Can a Color Make You Gamble?

Ludvig Madan Spetch, Priming memories of past wins induces risk seeking, Experimental Psychology

Most people find comfort in certainty. People tend to be risk averse, meaning we discount the amount of risk from an expected payoff more than is mathematically reasonable. We would rather have $49 than a 50/50 chance at 100 dollars even though the latter option has an expected payoff of $50. If risk is seen as a negative, then why is gambling such a big industry? Researchers at the University of Warwick and University of Alberta, however, found that it is possible to alter peoples risk preferences, and as a result, make them more likely to gamble.

They found that people were 15% more likely to gamble when they were presented with a cue that reminded them of a time that they gambled and won. The heart of this finding is the power memories have on our decision-making. pokerwinElliot Ludvig, one of the three authors, said, “Our memories play a very significant role when making certain decisions. We are often risk averse when making decisions when a situation is new to us, but we rely on our memories when the decisions we make are based on past experiences” (1). People using past experiences in their decision making is not a groundbreaking idea. The researchers wanted to find out if people could be manipulated into using a certain memory; so would that change the person’s final decision?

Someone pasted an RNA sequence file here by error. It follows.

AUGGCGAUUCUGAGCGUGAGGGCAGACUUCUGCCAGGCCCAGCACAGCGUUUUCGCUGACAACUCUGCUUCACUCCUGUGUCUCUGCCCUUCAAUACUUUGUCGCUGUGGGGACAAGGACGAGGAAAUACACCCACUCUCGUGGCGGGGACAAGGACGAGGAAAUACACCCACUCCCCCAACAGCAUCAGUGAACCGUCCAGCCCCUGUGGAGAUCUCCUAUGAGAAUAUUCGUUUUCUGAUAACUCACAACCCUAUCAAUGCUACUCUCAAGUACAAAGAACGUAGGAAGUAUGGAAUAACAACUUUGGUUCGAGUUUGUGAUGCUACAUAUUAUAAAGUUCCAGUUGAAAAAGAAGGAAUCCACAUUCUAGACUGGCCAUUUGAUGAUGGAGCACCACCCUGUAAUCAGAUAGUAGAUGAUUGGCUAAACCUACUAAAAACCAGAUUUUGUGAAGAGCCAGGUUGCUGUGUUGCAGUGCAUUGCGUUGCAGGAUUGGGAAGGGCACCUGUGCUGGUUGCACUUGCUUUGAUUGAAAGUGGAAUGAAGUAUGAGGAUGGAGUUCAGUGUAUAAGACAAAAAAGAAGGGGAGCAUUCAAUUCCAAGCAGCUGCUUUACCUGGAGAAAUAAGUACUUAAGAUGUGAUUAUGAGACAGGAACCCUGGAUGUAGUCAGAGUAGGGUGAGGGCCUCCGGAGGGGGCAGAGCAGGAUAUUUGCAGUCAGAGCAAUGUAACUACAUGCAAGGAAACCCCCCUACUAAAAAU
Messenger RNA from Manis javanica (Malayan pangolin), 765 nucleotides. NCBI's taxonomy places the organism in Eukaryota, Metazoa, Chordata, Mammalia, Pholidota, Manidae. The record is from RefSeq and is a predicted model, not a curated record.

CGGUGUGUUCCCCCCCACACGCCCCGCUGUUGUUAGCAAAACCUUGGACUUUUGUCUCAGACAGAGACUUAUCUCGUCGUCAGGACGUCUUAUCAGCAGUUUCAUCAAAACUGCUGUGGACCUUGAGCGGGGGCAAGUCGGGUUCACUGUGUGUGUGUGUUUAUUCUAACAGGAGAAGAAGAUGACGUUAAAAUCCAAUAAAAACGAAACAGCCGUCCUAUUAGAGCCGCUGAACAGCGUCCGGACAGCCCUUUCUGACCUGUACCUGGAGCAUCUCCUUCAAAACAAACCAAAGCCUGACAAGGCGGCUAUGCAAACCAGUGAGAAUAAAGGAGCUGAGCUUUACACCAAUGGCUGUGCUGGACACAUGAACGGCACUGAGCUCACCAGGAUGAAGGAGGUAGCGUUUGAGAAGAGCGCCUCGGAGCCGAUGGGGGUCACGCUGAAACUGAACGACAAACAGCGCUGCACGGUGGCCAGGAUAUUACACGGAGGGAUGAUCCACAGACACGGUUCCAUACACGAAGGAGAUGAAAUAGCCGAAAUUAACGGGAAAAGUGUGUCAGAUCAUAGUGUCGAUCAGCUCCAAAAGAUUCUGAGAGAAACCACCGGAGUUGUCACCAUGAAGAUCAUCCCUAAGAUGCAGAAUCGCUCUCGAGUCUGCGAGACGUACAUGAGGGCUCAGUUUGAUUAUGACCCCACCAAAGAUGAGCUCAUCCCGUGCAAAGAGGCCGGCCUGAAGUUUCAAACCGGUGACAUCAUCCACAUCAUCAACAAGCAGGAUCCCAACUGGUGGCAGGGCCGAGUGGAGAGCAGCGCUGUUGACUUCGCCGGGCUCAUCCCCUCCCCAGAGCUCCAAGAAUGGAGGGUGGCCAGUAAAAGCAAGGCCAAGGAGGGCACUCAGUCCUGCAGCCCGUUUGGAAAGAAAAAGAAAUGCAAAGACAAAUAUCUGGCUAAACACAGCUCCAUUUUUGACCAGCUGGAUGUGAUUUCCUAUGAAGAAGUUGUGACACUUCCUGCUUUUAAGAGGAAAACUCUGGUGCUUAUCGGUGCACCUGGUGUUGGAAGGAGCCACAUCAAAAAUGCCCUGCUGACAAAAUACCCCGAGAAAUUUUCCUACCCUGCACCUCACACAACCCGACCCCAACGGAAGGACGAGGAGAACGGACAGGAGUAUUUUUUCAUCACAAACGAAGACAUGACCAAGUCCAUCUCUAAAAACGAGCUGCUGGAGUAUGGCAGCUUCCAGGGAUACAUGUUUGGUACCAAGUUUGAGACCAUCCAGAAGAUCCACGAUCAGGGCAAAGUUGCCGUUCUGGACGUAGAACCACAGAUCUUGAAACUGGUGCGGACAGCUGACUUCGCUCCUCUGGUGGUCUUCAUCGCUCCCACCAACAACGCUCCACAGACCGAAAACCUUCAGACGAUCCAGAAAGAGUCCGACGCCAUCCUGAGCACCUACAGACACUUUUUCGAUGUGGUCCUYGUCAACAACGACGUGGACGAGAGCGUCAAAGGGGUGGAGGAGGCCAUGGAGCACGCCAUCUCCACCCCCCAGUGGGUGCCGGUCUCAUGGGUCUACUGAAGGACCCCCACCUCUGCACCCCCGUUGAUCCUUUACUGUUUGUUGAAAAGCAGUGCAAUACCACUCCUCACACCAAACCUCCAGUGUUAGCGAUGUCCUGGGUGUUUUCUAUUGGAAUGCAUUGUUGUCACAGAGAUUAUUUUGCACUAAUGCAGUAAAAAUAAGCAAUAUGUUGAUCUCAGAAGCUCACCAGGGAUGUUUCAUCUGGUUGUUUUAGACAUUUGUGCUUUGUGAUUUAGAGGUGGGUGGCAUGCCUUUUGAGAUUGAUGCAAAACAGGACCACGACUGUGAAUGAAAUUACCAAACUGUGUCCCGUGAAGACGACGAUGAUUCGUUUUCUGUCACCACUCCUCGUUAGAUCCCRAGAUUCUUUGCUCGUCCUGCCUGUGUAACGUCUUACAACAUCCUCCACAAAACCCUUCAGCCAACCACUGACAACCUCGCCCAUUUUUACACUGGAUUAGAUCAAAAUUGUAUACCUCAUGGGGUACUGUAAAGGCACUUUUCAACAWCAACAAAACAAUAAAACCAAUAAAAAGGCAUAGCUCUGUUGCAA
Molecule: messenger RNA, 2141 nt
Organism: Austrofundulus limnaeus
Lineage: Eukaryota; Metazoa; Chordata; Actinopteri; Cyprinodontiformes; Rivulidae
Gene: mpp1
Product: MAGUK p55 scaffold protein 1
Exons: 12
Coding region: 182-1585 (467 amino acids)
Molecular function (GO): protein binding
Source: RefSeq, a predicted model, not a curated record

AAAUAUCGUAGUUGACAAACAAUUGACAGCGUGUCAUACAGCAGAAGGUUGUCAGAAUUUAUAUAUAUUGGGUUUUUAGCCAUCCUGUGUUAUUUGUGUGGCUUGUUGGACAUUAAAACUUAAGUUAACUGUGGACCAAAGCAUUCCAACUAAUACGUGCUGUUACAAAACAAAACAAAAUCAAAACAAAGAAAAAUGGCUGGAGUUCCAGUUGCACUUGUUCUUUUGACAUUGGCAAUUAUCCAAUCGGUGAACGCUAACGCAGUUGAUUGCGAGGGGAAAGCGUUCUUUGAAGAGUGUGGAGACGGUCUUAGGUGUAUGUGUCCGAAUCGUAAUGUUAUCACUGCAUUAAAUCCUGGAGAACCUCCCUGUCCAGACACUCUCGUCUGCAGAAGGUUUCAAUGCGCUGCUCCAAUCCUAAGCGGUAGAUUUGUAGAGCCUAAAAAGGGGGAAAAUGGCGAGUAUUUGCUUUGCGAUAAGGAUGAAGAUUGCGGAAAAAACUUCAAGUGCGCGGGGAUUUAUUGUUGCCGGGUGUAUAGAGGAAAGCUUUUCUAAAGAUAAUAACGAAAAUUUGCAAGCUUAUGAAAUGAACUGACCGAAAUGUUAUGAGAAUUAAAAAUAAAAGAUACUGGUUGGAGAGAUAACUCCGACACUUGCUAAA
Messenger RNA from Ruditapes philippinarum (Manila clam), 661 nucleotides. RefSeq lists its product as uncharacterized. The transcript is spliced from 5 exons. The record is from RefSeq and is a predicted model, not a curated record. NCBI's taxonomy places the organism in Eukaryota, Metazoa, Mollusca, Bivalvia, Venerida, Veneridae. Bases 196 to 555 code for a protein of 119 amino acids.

Participants in the study were given the choice between two of the four doors used in the study. Three of the doors had a guaranteed reward. The fourth door, the risky door, had a 50/50 chance of a greater or smaller reward.

Every now and then the participant would be shown one of the fruits that was associated with a specific outcome. This was intended to remind the participant of past memories, whether it be a winning or losing one. The subjects were more likely to gamble and choose the risky option when they were primed with the fruit associated with a winning outcome from taking a risk. Equally as interesting is that subjects’ risk aversion did not increase when they were primed with a negative memory from gambling, a memory of gambling and losing.

Anyone who has ever been in a casino knows that there are constant reminders of money and people winning. Whether through blatant reminders, like the word “Jackpot” flashing in bright lights or subtle ones like the overabundance of gold and green colors, casinos have created a windowless box full of cues intended to influence people to gamble more. The results from the study indicate that this priming has a serious impact on how much people are willing to gamble. No one likes being manipulated, and the structure of casinos makes it clear that businesses will take advantage of priming in order influence their customers. Hopefully, if people are made power that priming has on their decision-making they will able to minimize its effects, and make choices that are more align with their original risk preferences.

Acknowledgments

Thanks to Dylan Kelley and Maddie Woods and Liam

References

(1)   Few, Tom. “News & Events.” Primed Memories Tempt People into Gambling More. N.p., 03 Feb. Web. 02 Mar. 2016.

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